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Retired teachers?
Old 11-17-2019, 05:44 AM
 
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I am in my second year of retirement and subbing for my school district. If it werenít for retired teachers, our district would have very few subs. How many in this community are retired teachers that continue to sub for their district?


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Old 11-17-2019, 05:02 PM
 
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<Mooba raises her hand>

Even with retired teachers making up most of my districtís subs, we still have a sub shortage. Iíve been subbing for the last 8 years, and this year Iím getting group emails from schools desperately looking for subs. This past week alone, I got 4 of those emails, receiving 2 on Friday.
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Certified teacher substitute
Old 11-17-2019, 07:14 PM
 
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I've been retired for 4 years now. I subbed for my grade level colleagues my first year and also volunteered with the math program. It was the first year of a new math adoption and believe me, it was a huge learning curve for all of us!

But after the first year, I just felt it wasn't worth it. The daily rate for a certified sub is only $65/day. When our school district went to a 4-day week, the school day lengthened accordingly, but substitute wages did not reflect the longer day. No wonder our sub pool is so shallow!
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Old 11-18-2019, 08:37 AM
 
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There is one district where I am that relies on retired teachers for subs. They pay regular subs $90.00/day and retired teachers (from the district) $125.00/day. Retired teachers from other districts make the same as regular subs.

I don't see too many retired teachers working as subs, they are mostly at the secondary level.
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Nearly 5 years
Old 11-18-2019, 06:49 PM
 
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I sub in my old middle school and at the high school. I could work every day. I've jokingly told teachers that they are going to have to put out bids for my time. In Illinois, they are so short of subs that applicants need to pass background checks, have a high school diploma and take a 7 hour course/pass the test to become subs. My district pays $90 a day. As a retired teacher who actually TEACHES when I'm in the classroom, I can only work 120 days a year. Other subs don't have that restrictions. Last week, I had three teachers request me for the same day. I was already working. It's crazy. I ended up covering for two teachers at the high school last week. Luckily their classrooms are next to each other. I'm planning on one more year, although when I renew my certification, I will have five more years. If the district would recognize retired teachers' value by paying a little more, I might continue. As is, I will run out of days somewhere in March or April. I love subbing and teaching. But not when an inexperienced 18 year old could sub for the same money.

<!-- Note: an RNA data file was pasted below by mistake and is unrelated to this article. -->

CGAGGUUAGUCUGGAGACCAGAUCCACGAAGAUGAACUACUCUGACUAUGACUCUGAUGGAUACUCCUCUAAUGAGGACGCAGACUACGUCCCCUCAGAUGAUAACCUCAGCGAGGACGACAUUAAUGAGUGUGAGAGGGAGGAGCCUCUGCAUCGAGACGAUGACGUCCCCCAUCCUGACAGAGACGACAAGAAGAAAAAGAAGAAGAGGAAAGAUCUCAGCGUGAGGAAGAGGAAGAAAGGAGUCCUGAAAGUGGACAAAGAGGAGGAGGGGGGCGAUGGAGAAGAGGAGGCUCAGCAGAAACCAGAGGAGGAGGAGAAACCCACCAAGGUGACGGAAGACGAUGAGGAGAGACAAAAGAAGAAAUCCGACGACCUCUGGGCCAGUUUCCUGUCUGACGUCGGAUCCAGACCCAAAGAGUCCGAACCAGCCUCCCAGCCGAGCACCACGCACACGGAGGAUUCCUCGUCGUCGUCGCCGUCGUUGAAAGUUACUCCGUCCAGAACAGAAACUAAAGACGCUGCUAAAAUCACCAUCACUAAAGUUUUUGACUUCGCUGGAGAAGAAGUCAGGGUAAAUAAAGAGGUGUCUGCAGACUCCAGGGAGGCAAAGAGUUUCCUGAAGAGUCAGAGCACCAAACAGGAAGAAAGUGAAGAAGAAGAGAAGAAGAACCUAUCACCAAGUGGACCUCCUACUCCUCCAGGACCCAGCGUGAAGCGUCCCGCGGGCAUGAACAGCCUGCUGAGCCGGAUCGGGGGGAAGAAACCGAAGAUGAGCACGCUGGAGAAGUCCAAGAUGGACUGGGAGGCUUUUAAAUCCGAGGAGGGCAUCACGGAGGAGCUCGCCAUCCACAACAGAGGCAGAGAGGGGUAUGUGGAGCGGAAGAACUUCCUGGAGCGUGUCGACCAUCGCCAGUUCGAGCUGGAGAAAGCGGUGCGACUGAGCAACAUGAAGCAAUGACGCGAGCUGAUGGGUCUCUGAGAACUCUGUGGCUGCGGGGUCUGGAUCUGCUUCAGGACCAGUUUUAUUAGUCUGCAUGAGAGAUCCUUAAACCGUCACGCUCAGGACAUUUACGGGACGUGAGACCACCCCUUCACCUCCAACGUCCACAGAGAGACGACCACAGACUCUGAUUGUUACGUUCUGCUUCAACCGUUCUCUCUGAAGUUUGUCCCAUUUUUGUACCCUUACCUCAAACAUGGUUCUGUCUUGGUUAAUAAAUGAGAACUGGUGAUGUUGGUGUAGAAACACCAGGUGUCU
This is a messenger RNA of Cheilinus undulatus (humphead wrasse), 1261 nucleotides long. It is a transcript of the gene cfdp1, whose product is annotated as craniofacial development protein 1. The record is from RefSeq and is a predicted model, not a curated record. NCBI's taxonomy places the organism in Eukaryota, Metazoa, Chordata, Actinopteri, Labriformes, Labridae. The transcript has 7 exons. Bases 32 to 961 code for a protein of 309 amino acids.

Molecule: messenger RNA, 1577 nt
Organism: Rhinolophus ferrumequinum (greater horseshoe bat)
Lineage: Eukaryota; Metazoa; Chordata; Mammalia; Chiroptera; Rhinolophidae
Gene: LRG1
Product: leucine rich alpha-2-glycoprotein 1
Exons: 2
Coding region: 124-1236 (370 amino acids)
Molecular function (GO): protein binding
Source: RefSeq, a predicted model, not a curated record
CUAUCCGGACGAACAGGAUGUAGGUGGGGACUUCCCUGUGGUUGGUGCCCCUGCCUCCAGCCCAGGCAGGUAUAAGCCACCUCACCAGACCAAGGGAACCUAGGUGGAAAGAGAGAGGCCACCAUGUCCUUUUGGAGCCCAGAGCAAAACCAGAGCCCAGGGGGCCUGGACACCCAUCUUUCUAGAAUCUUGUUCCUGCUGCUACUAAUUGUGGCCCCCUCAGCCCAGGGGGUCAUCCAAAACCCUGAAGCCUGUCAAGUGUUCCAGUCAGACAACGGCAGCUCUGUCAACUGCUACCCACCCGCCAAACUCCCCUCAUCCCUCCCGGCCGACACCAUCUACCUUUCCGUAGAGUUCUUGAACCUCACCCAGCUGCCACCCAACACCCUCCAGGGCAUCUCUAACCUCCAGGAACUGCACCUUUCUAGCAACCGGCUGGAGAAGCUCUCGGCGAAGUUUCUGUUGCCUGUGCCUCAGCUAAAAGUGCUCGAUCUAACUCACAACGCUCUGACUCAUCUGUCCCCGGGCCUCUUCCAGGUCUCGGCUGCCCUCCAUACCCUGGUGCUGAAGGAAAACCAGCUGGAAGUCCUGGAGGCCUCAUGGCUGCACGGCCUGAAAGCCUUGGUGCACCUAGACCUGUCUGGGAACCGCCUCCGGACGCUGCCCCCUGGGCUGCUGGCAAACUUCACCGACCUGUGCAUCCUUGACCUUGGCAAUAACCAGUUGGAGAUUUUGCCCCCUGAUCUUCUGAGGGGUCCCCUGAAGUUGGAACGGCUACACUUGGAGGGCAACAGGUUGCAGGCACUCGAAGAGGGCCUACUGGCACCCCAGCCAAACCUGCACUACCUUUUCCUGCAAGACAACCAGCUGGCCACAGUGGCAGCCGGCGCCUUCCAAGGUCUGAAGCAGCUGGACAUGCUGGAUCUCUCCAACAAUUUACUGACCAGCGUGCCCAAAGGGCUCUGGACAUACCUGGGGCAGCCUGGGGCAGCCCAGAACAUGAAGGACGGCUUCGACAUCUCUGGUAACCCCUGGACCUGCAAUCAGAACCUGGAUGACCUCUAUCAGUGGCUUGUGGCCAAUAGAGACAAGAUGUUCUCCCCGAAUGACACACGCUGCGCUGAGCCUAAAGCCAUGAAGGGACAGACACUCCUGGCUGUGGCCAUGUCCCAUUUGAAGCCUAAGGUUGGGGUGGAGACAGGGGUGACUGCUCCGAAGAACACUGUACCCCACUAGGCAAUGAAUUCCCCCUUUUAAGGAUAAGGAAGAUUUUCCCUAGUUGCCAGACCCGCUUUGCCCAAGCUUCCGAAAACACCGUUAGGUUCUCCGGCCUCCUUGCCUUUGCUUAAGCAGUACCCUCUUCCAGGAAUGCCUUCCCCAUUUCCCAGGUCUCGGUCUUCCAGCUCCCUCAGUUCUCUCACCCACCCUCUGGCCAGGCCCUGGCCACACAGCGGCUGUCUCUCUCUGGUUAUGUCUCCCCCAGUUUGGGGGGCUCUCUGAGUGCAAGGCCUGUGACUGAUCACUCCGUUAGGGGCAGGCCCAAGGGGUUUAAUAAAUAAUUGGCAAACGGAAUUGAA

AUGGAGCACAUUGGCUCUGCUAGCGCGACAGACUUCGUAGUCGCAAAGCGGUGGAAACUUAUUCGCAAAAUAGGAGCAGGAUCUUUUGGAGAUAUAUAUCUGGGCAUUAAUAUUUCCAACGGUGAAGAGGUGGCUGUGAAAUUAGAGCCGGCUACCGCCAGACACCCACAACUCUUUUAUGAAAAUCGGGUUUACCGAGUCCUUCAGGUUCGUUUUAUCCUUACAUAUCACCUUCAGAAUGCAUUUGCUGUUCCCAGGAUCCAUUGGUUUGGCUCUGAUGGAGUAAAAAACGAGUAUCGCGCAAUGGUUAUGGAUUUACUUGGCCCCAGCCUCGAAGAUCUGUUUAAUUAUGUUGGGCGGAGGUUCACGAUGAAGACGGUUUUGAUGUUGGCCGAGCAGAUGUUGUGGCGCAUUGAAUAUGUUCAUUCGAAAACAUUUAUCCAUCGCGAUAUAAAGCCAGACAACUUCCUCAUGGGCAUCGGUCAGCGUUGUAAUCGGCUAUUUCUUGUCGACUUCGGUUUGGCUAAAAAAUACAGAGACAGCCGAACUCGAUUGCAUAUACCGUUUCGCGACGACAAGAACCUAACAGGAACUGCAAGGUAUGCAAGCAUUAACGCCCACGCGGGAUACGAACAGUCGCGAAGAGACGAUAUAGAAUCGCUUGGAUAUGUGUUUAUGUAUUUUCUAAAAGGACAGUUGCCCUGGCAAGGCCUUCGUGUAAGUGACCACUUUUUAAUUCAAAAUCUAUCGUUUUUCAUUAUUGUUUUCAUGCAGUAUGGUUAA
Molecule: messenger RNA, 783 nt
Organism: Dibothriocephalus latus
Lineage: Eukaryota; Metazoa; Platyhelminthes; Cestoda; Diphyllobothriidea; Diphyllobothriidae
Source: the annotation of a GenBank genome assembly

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Old 11-21-2019, 09:16 AM
 
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I have found that having my credential makes it where I don't have to jump through the hoops that others do. That makes it a LITTLE better.

If I found out that retired teachers were being paid more, simply because it is their district, I would quit. I would feel really weird subbing at the school I worked at (high school), which is why I didn't go that route. Luckily I'm not desperate for work, but I've never even heard of that before I read that, today.
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Old 11-21-2019, 09:48 AM
 
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In my main district they can sub for an unlimited number of days. Frankly, I think it’s unfair because they take the best jobs and work at the schools with the least discipline problems and never have trouble getting booked. They also hog the majority of the high school jobs.

This district also hires a lot of subs. There are currently 75 plus subs just in my license area alone. It makes it really hard to network or even get jobs where I could actually teach in my subject area. I run into this problem in a few other districts, but they have a capped number of days. If it wasn’t such a pain in the ass to get booked, I wouldn’t care as much.
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Old 11-22-2019, 10:34 AM
 
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The cap on the number of days a retired teacher can sub is probably in place so the district can't take advantage of them. That's what I would guess. We don't have that restriction. 120 days seems like a lot, to me. I'm just trying to get in my 40 days this year to get to the highest pay rate, of $160/day. I think I'm on day 25.
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Old 11-22-2019, 10:45 AM